The Best Christmas Book of 2013

December 18, 2013 |  by  |  book review, fun links
santa calls

I love books. I will take any opportunity to read, buy, talk about, gift, or otherwise opine on a wonderful book. So it is with great gleeful glee that I share with you what is clearly the Best Christmas Book of 2013.

Santa Calls is a gem. As someone who pays attention to books I’m ashamed to admit that I only recently discovered the luscious joys of William Joyce. And that my pick for the Best Christmas Book of 2013 was in fact, published in 2001 *ahem*. William Joyce is a genius writer and illustrator of the first water. And Santa Calls is a gorgeous adventure that is both captivating and completely original.

It starts with a boy named Art.

Art Atchinson Aimesworth was a very singular boy. Orphaned at an early age by a gang of desperadoes, he had applied himself wholeheartedly to the making of inventions, the quest for adventure, and the fighting and smashing of crime.

One day, Art, his best friend Spaulding Littlefeets, and little sister Esther find a mysterious box the day before Christmas. They decide to examine it scientifically which involved a stick and some careful poking. A note emerges:

Open the box. Assemble the contents. Come NORTH. Yours, S.C.

Which, of course, they do (wouldn’t you?). Upon arriving at the North Pole they run into Ali Aku, captain of the Santarian Guard who tries to bring them to Santa before they are waylaid by the Dark Queen and her Dark Elves (note: if naughty kids don’t amend their ways they turn into a Dark Elf.)

“By the moons of Jupiter, this is a swell place,” said Art.

It sure is. Art and crew go on to have lavish adventures in Toyland. Esther is kidnapped by the Dark Queen. A furious licorish battle ensues. The stalwart band of heroes emerge victorious.

“The world is more full of wonders than I ever knew,” he said in a whisper.

santa calls william joyce
William Joyce’s stories and illustrations are more full of wonders than I ever knew. He doesn’t shy away from story elements that some would typically consider too dark or edgy for kids (this is the second story featuring a protagonist who is orphaned at an early age). It’s a creative and magical adventure where Art and the kids are the heroes, not Santa (who is present but on the sidelines). True to most mythologies, the North Pole is a magical place but the kidnapping of Esther and the Dark Queen give it a much-needed edge. The illustrations are gorgeous with a delightful retro vibe. The dialogue crackles like that of an old-timey radio show.

With so many fantastic things going on in this story it’s hard to choose the best, but the standout moment comes on the last page of the book. I won’t spoil it for you but it’s lovely and may induce a tear or two.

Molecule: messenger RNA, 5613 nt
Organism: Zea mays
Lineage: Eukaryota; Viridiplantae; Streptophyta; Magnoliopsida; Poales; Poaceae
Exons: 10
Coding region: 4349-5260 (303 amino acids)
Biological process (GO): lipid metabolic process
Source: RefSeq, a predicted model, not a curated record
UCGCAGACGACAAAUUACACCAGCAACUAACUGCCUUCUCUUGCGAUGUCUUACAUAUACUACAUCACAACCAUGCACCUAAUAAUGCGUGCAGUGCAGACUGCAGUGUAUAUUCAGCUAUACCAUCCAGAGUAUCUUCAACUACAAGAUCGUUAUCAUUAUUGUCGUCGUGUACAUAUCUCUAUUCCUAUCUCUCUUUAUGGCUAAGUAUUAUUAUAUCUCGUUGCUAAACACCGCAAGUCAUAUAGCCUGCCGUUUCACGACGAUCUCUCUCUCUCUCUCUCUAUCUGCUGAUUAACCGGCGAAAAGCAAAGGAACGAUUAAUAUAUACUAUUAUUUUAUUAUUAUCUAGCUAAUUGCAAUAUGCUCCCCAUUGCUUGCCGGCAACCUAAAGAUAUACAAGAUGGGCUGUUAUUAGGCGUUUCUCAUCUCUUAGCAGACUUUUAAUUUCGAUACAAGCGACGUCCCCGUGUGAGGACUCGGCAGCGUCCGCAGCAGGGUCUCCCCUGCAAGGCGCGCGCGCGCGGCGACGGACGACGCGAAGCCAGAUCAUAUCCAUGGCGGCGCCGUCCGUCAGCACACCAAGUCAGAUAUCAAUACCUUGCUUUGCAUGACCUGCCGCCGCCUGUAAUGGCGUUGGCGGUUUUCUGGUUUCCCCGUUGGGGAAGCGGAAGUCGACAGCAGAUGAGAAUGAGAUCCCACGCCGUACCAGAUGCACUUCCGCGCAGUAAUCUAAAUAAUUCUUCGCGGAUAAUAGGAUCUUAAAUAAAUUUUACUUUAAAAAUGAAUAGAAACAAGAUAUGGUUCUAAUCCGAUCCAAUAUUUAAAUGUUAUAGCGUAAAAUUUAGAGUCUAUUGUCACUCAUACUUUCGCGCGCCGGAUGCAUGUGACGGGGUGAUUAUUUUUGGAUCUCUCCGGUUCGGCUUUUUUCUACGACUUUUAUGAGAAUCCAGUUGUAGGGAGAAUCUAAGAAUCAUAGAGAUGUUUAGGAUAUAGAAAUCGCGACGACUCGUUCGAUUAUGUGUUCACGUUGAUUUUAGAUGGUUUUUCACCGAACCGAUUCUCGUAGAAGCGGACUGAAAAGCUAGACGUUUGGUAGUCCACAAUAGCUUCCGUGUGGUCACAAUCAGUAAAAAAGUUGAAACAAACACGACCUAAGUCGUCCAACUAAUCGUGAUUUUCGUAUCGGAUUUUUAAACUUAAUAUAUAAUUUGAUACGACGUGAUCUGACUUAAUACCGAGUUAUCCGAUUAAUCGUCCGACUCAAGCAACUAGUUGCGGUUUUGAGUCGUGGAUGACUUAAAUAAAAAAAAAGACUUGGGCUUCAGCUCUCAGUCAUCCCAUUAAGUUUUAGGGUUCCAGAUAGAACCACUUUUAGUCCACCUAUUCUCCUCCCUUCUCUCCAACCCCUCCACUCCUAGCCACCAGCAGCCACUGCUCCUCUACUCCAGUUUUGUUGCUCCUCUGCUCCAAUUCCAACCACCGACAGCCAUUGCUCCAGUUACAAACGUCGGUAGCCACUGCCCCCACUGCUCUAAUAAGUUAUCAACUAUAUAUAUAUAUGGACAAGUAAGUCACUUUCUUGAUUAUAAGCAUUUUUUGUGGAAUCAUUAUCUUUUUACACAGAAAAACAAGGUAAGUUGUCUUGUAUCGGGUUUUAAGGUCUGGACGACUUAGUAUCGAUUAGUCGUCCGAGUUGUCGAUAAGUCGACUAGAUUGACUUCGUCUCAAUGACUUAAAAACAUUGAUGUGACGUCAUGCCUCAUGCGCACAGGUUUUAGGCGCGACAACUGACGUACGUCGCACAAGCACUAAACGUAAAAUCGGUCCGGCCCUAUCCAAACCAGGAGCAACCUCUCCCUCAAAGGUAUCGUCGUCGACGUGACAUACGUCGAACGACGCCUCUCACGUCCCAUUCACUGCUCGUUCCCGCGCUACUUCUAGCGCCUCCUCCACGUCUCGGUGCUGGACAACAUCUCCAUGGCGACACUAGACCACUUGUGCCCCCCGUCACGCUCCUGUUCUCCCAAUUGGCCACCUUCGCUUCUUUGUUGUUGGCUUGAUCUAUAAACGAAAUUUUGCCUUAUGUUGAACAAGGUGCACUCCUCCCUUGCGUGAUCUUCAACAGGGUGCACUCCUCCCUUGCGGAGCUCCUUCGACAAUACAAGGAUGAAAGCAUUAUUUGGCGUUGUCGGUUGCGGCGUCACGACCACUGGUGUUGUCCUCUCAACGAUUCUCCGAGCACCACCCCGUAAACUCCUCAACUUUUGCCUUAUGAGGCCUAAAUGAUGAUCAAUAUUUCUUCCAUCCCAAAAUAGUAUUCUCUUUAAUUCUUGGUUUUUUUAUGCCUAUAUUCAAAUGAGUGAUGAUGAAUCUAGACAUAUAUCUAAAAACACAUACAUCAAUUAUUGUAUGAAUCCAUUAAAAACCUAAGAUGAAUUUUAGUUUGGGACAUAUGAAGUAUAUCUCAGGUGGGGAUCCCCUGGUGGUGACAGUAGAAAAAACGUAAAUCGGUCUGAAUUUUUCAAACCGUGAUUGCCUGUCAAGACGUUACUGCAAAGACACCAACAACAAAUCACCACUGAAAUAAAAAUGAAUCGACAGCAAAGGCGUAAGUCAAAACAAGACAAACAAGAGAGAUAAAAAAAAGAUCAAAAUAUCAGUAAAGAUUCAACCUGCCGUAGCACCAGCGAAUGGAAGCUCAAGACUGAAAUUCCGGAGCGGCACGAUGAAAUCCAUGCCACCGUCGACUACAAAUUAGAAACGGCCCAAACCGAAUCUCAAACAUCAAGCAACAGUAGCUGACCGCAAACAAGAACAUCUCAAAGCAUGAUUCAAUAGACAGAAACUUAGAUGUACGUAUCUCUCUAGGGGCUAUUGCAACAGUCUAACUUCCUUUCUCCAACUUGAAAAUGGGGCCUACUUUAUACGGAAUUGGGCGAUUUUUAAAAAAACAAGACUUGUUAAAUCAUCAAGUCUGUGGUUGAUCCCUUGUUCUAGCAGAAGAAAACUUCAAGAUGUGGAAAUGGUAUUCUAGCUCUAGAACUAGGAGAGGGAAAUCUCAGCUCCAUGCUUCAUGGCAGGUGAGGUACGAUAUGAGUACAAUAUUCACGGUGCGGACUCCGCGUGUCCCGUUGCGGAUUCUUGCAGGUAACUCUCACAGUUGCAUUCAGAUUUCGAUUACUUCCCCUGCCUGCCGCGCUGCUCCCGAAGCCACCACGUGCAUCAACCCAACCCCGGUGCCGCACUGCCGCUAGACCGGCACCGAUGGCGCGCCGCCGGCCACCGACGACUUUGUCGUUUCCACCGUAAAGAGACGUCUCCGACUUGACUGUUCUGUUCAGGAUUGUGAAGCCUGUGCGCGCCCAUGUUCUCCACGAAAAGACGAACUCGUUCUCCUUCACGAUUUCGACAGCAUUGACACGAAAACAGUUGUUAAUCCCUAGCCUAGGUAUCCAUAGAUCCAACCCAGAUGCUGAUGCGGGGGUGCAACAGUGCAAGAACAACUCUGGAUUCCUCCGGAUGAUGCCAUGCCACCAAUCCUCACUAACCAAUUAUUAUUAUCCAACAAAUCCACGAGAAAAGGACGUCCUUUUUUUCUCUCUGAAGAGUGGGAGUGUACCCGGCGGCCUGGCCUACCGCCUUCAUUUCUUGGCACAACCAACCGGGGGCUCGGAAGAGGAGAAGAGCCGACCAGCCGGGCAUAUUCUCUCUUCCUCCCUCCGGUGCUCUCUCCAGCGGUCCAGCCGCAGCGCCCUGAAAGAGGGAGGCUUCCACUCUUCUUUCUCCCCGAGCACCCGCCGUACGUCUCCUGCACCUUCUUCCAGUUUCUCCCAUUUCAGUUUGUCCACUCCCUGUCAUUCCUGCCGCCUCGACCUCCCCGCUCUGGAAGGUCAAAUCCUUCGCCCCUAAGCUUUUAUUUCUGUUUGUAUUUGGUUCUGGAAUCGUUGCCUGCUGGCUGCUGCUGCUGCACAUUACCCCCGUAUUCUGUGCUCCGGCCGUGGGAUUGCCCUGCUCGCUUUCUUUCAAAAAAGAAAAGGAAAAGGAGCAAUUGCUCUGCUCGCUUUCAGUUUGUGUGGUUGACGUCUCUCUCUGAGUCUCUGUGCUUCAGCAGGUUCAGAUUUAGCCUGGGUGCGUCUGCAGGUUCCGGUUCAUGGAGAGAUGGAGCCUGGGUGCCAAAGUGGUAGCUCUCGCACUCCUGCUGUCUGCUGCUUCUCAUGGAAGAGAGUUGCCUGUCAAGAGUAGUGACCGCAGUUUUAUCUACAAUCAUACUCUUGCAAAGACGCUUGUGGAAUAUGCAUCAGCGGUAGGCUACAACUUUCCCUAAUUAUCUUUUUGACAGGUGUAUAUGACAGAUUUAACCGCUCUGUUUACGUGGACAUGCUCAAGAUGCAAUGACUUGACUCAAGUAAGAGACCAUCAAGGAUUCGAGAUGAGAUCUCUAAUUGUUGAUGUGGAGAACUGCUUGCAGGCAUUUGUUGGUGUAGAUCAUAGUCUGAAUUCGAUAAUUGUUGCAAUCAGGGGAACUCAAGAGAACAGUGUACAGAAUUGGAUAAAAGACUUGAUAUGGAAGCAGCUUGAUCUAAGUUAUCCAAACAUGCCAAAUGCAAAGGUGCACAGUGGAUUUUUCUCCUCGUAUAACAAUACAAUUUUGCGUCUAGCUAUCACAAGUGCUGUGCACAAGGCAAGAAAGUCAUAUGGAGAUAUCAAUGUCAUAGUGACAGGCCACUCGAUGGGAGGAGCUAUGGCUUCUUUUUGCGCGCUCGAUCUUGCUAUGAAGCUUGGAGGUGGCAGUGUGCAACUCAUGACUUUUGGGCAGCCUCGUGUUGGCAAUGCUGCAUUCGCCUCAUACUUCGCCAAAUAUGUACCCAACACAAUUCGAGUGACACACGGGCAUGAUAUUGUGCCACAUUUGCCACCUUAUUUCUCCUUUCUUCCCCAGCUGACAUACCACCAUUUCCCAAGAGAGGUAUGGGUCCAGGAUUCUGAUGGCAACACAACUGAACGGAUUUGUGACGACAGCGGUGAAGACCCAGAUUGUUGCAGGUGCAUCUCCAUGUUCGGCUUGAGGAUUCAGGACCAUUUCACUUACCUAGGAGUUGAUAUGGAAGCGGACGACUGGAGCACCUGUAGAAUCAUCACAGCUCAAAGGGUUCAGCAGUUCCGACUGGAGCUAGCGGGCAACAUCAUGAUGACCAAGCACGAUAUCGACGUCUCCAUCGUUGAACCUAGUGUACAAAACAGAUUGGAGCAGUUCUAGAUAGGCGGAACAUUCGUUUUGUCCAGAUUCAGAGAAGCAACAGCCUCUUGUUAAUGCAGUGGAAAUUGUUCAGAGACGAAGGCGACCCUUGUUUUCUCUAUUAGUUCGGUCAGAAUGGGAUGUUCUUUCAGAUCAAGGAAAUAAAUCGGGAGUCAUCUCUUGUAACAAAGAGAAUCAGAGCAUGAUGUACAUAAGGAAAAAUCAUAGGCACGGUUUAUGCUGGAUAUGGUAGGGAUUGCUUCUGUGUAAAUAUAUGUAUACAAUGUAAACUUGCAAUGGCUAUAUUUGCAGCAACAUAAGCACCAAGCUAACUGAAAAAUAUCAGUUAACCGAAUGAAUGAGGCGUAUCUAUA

I’ve written about favorite holiday books before but Santa Calls tops the list. And William Joyce is now one of my favorite authors/illustrators. I likely love these books more than my children and will continue to buy them long after they have graduated to Harry Potter and such. The Man in the Moon (the basis for the movie The Guardians but don’t hold that against it!) is a lovely tale that gives kids a friend that can always be counted on to keep watch in the night. The Fantastic Flying Books of Mr. Morris Lessmore is a heartwarming tale that will speak to any fellow-book lovers among you. It is also the basis for a gorgeous Oscar-winning short animation film, here in its entirety.

Anybody else recently fall in love with a book you care to share? Kid OR adult book, I’m an equal-opportunity book lover!

Oh…and Happy Holidays everybody!


  1. Hi! Two things: First, this book sounds delightful so thank you for sharing it. I can’t wait to check it out.

    Second, re: writing your book, I think you should write it EXACTLY in the same voice as your posts. Most people buy multiple baby sleep books but what makes one standout is being able to relate to the author. I’d rather follow the advice of someone that I’d like to hang out with, than any boring authority. You are hilarious and awesome and I can’t wait to read your book.

    • Aw thanks Kim 🙂

      I feel like when I’m writing Death Eaters (from Harry Potter) are circling around my office moaning, “YOooouuuu Suuuuucckkk!” I have this huge stack of baby sleep books, most of which I hate to varying degrees. And clearly I’m terrified of putting out a book that others will hate.

      So good notes: don’t be boring authority, do be somebody who gets invited to hang out with. (Probably applies to everything in life ;).

      Thanks and cheers!

  2. It sounds fascinating and the illustrations look very alive. I’ve added the book to my wishlist and now I’m off to see if I can get any William Joyce books from the library today. You’ve got me more than intrigued 🙂

  3. That book looks gorgeous! I was hooked with the first sentence. Now I want to go buy it. I love children’s books and cannot control myself around them!

  4. I adore William Joyce! I used to work in a children’s bookstore and collected all of his books then. A day with Wilbur Robinson is fantastic if you haven’t read it.

    • Hey Kate,

      Thanks for checking in 🙂 I haven’t read A Day with Wilbur Robinson and will definitely check it out! Honestly I had never heard of this guy (apparently I live in a cave) and got this book and was like, “Woooah – what have I been missing?”

Leave a Reply